Ashley Rumsey is founding partner, along with Stanley Sun, of Mason Studio. The Toronto-based interior design firm combines art, science and human experience to create a wide array of projects. From award-winning luxury hospitality, retail and multi-unit residential design projects all the way to experimental exhibitions, Rumsey’s practice spans the world. International experience and a unique perspective helps her create meaningful experiences to enrich her clients’ lives. She’s also a member of the Cosentino Design Alliance. Today Ashley Rumsey joins us for Friday Five!
1. Habitat 67
Through our work as interior designers, we recognize the responsibility to improve social interaction within the spaces we design. Habitat 67, designed by Moshe Safdie, is a pioneering example of how this is achieved through architecture. The development reimagines multi-unit residential design expressing the importance of balancing residential density with quality of life.
2. Public Art
Art plays an essential role in our work. This public art installation, Two Circles by Micah Lexier, is an excellent example of how art can impact a space. Stunning in its simplicity, the two black and white circles make a bold statement from afar, but up close you realize each circle is made up of hundreds of thousands of handmade ceramic tile sticks. This duality of simplicity and complexity based on perspective is a powerful message.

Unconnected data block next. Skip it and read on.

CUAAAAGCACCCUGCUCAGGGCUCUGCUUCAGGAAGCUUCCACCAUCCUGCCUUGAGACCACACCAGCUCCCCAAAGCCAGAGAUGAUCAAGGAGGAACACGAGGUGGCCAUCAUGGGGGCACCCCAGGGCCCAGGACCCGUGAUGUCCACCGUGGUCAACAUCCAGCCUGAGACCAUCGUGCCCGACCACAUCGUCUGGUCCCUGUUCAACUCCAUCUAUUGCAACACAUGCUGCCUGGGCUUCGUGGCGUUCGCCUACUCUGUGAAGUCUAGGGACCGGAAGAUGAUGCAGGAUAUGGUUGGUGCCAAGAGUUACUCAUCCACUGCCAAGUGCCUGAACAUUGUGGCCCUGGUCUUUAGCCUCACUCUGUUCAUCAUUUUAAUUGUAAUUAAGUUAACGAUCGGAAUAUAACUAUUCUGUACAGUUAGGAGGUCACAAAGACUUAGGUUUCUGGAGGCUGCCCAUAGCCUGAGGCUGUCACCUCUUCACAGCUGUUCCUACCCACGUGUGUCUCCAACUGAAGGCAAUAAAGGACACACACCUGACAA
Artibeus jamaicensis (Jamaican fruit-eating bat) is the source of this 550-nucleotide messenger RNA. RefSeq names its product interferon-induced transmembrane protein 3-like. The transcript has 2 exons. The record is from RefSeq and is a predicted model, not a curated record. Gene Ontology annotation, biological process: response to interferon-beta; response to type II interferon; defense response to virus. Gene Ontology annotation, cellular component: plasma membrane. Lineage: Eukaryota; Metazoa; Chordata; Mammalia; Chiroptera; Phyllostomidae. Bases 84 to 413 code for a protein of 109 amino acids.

3. Norwegian Wild Reindeer Pavilion
Travel is a great way to experience architecture and design. I traveled to Norway last year and got a chance to hike to the Norwegian Wild Reindeer Pavilion by Snohetta. The pavilion is an exquisite example of a structure that supports and respects the surroundings. The minimal form of the building encourages the experience of appreciating the landscape.
4. Office Dogs
This is our office dog, Oak. He is a retired professional athlete, and while he officially belongs to Stanley, he is also our studio mascot and greeter. We find that having a dog in the studio contributes to an approachable and casual atmosphere.
5. Tyndall Stone
We discovered this stone on one of our first projects in Winnipeg as a newly formed studio. Quarried mostly in Manitoba, Canada, it’s an example of how a simple material can be imbued with significant meaning and sense of place. Its unique texture and pattern provide a striking visual impact and can often be found in public buildings. Tyndall Stone has also been used to great effect in objects, such as the vessels created by Thom Fougere Studio.